THE CONFERENCE CALLER: Gold explorer Aruma Resources (ASX: AAJ) is living proof the market doesn’t always respond appropriately to the release of a promising set of drill results. By Mark Fraser
On the day the company’s managing director Peter Schwann spoke at the RIU Explorers Conference in Western Australia, Aruma had just published the initial assay results from 37 of a 40 hole 4,518 metre maiden RC drilling program at its Saltwater gold project in WA’s Pilbara.
On face value this all should have generated some investor interest for the company.
For a start 14 out of 37 holes hit anomalous gold (over 0.2 grams per tonne), while the results extended over a 4 kilometre strike length (which was open in all directions), indicating the presence of a possible new gold camp.
Furthermore, according to Schwann, a supergene gold blanket in excess of 200m in width was identified.
In addition, the results confirmed the Saltwater anomaly, returned assays of up to 1.26 grams per tonne and validated the outcropping Saltwater ring structure, which in turn highlighted a target area of 65 square kilometres.
The market, however, did not seem bullish, with Aruma’s share price dropping from 0.094 to 0.074 cents – a fall of 21.28 per cent.
“Now the question I have to ask is: why do we want to do greenfields exploration?” a seemingly perplexed Schwann asked RIU delegates.
“We put out good results this morning and bang – down we go.
“But the rewards are great. They’re there, De Grey and Chalice prove it.
“So that’s the rant – the rant is over.”
Aruma’s close-spaced drilling targeted old workings at the historic Saltwater mining area within the recently identified and prospective Mt McGrath Formation, host of the Mt Olympus gold mine.
Meanwhile the wider-spaced holes aimed at the extension of the contact and structure under cover some 3km to the east.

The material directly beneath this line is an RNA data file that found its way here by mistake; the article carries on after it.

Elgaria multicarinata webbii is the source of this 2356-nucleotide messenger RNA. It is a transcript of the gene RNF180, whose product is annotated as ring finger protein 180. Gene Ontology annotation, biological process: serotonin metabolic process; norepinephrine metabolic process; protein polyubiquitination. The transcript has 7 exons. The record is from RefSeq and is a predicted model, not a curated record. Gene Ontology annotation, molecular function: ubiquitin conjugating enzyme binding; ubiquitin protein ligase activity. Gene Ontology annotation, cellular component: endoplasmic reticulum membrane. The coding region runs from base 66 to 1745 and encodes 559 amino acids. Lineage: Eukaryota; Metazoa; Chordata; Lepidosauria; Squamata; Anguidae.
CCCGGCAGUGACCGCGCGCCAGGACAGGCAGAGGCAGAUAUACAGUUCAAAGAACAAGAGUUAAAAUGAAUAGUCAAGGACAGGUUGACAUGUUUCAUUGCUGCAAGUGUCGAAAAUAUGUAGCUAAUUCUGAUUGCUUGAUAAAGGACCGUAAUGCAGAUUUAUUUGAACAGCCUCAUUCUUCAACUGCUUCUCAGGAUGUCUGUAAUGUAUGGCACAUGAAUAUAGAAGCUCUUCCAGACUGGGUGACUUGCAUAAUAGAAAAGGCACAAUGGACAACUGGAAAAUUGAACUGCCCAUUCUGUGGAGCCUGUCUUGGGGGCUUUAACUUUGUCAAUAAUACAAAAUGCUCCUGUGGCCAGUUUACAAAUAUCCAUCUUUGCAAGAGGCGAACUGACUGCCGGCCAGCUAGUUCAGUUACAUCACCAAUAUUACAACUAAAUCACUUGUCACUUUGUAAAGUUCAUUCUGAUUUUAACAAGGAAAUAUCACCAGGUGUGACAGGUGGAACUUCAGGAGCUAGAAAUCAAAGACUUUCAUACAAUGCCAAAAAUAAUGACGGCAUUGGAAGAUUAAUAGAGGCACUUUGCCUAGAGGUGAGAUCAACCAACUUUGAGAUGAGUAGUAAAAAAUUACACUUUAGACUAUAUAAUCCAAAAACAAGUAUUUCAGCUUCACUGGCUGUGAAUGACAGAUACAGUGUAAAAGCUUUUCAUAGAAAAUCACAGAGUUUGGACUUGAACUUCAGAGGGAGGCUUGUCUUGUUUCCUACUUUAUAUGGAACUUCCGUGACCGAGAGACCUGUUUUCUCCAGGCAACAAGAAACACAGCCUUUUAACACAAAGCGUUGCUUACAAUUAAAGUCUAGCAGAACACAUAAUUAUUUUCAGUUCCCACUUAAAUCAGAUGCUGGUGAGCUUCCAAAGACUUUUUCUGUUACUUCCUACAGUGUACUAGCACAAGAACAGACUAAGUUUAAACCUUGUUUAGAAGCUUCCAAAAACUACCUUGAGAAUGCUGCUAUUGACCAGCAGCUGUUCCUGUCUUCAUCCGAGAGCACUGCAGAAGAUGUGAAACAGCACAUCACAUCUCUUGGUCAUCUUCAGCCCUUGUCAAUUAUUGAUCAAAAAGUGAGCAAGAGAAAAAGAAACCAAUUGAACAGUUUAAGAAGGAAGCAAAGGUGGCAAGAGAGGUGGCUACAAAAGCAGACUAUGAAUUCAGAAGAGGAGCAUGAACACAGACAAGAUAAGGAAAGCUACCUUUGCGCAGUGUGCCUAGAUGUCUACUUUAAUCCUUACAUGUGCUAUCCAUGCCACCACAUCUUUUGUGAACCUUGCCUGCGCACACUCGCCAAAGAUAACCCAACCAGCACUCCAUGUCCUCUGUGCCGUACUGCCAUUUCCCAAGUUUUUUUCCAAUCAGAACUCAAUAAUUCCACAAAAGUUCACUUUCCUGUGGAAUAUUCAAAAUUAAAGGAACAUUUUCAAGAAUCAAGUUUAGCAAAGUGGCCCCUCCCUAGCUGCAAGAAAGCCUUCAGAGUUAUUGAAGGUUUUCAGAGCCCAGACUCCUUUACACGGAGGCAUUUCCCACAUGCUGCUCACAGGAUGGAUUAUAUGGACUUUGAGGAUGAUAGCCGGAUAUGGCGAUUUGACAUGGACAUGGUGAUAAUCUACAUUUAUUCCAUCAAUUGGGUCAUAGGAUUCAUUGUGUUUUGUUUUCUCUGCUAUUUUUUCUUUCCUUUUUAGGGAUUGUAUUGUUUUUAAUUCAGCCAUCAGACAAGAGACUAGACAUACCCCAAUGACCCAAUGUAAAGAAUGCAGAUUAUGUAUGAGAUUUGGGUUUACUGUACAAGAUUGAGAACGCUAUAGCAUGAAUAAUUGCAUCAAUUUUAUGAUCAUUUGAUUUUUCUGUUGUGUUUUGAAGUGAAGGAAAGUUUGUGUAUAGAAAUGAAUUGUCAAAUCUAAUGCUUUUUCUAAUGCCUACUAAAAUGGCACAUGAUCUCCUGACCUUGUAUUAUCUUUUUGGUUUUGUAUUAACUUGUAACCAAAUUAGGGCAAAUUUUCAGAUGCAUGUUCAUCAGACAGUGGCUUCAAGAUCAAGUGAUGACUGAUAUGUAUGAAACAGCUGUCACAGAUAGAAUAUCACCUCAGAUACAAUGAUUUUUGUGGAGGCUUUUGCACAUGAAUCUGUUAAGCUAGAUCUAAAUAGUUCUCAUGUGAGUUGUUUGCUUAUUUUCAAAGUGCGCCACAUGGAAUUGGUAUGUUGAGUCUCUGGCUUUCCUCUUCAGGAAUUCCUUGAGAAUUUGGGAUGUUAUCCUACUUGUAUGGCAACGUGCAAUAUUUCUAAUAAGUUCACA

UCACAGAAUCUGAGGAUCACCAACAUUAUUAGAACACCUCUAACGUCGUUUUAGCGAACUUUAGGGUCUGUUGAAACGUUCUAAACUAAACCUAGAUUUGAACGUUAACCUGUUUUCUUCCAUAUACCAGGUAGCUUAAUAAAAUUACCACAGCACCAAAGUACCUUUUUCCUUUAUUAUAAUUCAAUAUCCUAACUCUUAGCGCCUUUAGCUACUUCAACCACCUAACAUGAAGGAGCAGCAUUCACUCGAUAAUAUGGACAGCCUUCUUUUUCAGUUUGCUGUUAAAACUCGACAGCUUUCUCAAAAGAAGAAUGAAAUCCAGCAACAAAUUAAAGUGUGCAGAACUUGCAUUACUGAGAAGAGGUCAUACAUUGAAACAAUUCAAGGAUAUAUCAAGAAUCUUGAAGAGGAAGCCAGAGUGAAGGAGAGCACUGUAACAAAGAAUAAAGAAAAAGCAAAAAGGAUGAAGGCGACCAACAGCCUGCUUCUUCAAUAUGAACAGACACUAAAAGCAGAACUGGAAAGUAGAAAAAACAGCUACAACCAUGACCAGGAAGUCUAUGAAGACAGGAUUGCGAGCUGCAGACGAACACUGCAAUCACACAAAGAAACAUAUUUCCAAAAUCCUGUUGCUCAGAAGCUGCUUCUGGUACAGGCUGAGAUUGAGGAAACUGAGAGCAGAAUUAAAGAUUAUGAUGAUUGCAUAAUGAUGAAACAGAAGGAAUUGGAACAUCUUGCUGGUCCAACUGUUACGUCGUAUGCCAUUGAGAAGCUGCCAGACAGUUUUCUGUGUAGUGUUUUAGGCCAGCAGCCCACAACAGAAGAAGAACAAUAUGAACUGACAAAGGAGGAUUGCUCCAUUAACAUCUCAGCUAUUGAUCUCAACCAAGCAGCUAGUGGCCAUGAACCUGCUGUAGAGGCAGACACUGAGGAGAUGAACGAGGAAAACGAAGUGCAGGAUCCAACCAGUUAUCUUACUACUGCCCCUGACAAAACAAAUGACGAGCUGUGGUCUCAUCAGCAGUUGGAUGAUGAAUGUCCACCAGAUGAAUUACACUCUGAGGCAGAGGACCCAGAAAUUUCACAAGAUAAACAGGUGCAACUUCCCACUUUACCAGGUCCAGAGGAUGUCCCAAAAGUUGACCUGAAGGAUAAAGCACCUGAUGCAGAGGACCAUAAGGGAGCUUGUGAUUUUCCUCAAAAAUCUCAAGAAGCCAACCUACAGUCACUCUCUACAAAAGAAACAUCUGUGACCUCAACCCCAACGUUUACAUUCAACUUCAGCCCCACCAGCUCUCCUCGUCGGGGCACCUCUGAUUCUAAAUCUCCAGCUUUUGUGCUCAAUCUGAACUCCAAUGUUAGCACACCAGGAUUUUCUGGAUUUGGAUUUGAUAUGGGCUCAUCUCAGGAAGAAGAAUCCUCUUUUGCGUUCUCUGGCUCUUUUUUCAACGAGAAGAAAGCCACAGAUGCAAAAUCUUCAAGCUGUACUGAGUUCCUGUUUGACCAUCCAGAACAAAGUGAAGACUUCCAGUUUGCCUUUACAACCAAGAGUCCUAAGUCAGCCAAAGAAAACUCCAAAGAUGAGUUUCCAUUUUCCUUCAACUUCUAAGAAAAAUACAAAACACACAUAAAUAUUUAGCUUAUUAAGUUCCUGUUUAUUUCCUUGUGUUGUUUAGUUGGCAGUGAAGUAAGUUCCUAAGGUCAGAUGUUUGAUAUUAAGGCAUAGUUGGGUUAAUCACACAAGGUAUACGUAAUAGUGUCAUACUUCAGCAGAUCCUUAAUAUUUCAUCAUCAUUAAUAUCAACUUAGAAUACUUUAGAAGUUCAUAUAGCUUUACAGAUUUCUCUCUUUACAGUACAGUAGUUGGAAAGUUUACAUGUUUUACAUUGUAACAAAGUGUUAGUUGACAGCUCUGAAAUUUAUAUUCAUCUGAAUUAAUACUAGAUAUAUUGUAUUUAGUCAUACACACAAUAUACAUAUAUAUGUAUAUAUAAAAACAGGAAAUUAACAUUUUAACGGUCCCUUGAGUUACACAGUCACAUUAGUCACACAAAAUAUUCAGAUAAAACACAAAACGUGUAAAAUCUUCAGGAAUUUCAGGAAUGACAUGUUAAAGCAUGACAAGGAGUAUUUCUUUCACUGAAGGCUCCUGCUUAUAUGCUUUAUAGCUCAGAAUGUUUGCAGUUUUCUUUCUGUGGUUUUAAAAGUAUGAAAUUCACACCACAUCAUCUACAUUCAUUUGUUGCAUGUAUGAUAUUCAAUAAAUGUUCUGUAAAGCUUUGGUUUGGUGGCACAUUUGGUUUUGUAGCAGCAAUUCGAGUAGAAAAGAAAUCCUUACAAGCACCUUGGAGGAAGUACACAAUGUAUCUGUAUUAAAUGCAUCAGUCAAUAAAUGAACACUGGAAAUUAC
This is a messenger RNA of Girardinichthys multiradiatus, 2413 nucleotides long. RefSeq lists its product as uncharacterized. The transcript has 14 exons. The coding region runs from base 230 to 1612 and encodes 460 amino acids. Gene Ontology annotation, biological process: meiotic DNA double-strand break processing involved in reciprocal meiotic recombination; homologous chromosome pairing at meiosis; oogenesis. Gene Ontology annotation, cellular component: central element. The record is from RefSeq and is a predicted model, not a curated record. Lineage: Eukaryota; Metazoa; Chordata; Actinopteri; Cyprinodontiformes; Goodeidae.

Aruma told the ASX that the supergene blanket was located almost 4km from the Saltwater cluster and highlighted the potential for a significant system – with the intersection of 4m at 0.47g/t in hole SRC 32.
Saltwater has eight granted exploration licences covering 736 square km. It sits around 100km south west of Newman and enjoys a strike extent of more than 65km of the highly significant Nanjilgardy Fault, the same regional structure reported as the primary source of gold mineralisation at Northern Star Resources’ (ASX: NST) Paulsens gold mine and Mt Olympus.
Despite the confused reaction from the market regarding the Saltwater drill results, Schwann still made his case for Aruma being an investment destination just before he stood down from the RIU podium.
The company, he said, offered organic growth via project generation for large gold discoveries in Australia.
It also wholly-owns large prospective project areas near major gold deposits in underexplored areas in both WA (Saltwater, Melrose and Scotia South) and New South Wales (Capital) that combined cover 1,572sqkm.
In addition the junior is debt-free and has $3 million in cash and receivables.
Just as important, though, is the fact Aruma does not plan to idly sit around.
“We’re going to be drilling, drilling, drilling,” Schwann said.
“And the good thing about our money is that we spend our money one and a half times.
“These are the R and D returns that we have got back since I took over in 2011 ($9,570,754, or a 43.8% return, creating a tax benefit of $4,189,894), so you can see we’ve got about $4 million – about the same as a float.”